Raising the roof at Horsey Windpump
It’s just over a year since our ambitious project began at Horsey Windpump and we've just reached a momentous moment, as the restored cap has just been lifted back in place. This is a key milestone in a conservation project to restore one of the Norfolk Broad’s most iconic buildings.
And we have lift off
To do the job, a 100-tonne capacity crane arrived at Horsey and under the careful supervision of the millwright, the newly constructed cap and brake wheel (weighing in at 15 tonnes together) were lifted in one go. Watch the timelapse of this delicate operation in action.
Working on the cap
The cap was successfully removed back in March 2016 and since then a temporary lid has been in place. It quickly became apparent that the extent of the cap’s rot was far greater than first thought and it was almost a miracle that the whole structure came off in one piece.
Shipped back to the millwright’s workshop in Suffolk, the cap has carefully been stripped back to the frame, before methodically being rebuilt. Throughout the whole restoration process, existing pieces of wood in good condition have been re-used where possible and for sections needing to be replaced, identical wood or wood that will give the cap a longer lifespan have been chosen.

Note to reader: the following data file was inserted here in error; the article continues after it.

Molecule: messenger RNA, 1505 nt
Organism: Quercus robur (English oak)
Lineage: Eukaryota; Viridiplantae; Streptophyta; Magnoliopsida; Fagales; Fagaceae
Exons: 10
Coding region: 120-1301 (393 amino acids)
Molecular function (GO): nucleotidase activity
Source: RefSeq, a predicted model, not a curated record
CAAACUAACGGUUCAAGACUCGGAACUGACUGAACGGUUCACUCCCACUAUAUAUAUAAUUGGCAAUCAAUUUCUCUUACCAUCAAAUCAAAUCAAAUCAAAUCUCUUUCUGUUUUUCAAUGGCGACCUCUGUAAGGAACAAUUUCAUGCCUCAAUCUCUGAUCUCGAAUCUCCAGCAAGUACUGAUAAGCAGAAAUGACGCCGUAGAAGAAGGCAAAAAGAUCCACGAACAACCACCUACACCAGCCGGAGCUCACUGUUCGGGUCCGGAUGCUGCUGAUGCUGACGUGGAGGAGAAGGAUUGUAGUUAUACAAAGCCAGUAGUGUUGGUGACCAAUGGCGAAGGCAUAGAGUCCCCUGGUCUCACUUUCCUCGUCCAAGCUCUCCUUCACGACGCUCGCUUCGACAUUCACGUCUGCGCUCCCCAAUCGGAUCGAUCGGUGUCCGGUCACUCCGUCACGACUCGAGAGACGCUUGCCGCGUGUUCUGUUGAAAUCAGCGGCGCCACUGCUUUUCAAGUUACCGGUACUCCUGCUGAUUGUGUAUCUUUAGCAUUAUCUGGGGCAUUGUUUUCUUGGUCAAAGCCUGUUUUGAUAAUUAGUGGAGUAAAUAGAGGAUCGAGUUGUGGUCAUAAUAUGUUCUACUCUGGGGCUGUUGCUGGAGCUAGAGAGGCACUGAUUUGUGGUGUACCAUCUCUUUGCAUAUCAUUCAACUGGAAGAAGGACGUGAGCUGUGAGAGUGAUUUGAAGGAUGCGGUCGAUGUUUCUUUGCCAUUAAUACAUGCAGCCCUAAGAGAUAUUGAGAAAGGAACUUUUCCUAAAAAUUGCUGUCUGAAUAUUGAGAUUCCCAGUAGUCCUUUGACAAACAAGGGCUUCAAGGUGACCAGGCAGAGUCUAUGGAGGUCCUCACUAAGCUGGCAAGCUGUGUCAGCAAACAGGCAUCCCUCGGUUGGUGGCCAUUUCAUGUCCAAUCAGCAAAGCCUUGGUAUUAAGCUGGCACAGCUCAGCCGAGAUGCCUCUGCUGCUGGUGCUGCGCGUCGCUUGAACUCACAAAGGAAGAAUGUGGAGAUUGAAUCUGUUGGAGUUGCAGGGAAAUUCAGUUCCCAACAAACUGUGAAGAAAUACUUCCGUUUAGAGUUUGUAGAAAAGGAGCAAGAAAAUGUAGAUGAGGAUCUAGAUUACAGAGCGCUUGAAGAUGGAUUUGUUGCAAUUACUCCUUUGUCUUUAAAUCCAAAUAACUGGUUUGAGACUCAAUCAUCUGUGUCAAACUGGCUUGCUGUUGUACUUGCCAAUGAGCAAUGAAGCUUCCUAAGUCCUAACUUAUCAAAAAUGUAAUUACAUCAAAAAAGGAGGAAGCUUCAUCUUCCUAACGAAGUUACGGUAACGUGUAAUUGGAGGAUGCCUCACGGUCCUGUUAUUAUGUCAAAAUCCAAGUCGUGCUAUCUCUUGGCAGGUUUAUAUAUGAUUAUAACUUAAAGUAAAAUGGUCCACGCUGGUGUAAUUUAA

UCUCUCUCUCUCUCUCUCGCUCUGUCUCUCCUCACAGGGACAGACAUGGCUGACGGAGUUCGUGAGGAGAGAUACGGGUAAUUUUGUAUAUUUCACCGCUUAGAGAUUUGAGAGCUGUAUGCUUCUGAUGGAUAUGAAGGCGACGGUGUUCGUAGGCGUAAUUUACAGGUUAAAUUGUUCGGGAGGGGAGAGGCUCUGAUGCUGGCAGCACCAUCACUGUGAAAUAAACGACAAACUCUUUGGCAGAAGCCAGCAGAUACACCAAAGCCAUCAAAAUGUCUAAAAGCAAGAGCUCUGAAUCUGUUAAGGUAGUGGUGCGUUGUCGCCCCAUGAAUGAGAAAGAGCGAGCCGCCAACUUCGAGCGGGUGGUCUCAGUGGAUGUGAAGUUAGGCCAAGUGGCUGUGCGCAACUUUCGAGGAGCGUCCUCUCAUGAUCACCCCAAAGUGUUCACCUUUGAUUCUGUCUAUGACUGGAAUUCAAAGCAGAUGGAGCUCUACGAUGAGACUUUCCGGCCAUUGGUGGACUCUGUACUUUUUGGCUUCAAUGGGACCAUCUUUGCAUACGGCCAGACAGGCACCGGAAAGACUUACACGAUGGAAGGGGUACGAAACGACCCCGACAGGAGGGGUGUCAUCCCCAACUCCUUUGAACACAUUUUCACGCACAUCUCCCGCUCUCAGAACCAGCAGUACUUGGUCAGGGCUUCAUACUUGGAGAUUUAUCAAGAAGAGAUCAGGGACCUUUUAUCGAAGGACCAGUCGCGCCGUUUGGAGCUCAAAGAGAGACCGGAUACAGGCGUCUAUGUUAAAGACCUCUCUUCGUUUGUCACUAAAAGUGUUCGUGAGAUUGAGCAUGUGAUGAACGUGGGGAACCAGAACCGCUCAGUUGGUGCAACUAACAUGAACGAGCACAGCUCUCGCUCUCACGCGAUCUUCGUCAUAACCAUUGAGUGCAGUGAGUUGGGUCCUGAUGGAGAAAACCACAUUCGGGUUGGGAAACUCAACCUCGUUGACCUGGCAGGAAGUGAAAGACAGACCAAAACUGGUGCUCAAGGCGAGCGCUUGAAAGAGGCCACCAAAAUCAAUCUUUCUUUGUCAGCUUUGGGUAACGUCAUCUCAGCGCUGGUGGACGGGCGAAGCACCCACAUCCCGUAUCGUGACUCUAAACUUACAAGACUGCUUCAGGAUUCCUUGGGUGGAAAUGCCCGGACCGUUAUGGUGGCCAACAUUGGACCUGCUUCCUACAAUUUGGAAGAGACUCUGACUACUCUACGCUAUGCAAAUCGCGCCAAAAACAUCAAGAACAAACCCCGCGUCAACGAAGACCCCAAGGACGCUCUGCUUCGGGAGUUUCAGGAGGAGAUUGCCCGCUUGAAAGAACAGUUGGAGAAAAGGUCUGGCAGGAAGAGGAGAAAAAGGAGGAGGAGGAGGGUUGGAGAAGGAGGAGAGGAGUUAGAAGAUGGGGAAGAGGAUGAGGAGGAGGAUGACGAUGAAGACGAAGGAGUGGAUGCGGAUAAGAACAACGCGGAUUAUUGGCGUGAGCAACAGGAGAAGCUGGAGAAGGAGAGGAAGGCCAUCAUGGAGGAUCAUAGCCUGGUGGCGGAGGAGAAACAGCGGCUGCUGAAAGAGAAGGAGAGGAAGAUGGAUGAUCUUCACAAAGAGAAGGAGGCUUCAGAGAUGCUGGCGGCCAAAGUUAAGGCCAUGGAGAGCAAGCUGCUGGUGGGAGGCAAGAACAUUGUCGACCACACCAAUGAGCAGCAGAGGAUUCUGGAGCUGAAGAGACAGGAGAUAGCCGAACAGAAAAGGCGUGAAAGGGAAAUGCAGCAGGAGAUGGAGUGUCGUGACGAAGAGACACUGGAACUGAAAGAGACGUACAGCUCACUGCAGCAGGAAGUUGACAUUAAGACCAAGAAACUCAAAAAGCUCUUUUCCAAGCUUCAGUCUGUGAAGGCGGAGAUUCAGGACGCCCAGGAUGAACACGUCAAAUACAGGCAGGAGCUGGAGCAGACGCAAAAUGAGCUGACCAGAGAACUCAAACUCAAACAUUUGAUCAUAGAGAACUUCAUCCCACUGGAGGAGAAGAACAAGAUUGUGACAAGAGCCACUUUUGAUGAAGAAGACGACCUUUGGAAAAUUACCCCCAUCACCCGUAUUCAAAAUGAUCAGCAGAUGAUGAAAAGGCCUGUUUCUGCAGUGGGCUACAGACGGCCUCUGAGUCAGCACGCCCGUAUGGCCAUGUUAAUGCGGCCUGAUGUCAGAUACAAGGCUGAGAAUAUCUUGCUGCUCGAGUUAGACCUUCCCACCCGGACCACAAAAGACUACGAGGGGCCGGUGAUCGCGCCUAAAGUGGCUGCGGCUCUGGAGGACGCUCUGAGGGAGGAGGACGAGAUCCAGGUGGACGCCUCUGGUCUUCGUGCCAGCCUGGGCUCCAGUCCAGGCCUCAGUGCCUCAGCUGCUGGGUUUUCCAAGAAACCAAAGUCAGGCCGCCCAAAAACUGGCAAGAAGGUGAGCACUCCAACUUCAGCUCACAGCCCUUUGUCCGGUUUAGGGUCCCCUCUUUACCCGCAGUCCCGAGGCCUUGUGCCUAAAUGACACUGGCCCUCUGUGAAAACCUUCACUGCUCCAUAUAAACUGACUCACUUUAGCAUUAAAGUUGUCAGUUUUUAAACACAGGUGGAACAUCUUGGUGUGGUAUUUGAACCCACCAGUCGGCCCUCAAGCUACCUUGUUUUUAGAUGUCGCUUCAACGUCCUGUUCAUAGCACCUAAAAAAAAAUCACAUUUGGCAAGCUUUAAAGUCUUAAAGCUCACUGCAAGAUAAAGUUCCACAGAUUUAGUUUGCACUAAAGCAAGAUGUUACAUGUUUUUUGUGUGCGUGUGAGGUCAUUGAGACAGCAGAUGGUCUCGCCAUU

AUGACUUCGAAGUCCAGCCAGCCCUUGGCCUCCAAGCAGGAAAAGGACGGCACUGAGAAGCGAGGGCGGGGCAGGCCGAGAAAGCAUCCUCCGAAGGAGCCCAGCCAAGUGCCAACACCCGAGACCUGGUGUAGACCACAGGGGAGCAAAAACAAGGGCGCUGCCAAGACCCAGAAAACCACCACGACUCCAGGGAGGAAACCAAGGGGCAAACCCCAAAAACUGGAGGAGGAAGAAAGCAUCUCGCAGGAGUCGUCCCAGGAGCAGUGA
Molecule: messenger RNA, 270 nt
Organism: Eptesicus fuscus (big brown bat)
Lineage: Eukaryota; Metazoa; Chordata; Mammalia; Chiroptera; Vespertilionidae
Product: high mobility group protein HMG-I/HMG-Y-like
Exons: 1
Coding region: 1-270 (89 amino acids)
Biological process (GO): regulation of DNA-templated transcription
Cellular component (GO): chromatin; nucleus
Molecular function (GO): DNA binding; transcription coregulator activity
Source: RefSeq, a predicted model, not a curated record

Tim our millwright
Tim Whiting is the millwright working on the project and he’s been using the same tools and techniques that were used to build Horsey Windpump over a hundred years ago.
" In order for the sails to be installed and working later this summer, we need to make sure the cap is able to turn freely, so this is the point where a lot of the hard work comes together."
Work to the tower
As well as restoring the cap, the tower itself has also undergone repairs to ensure the top is perfectly level and round. This has taken a lot of hard work and patience from the bricklayer and millwright, as pin-point precision is needed. If it wasn’t correct then it can mean the newly restored cap won’t be able to turn.
We've made some discoveries along the way
Over the past year we’ve seen the cap go from a state of fragility to strength and we’ve made some interesting discoveries along the way. This includes some wooden components of the caps structure that pre-date the current windpump quite considerably, with the oldest piece thought to date back to the 17th Century.
It would appear that the cap frame had been constructed with wood from possibly three older caps, from other mills.
Now the cap has been lifted onto Horsey Windpump a period of bedding in will follow, where the millwright and his team will ensure that the cap is winding (turning) correctly before installing the sails later this summer. Watch this space.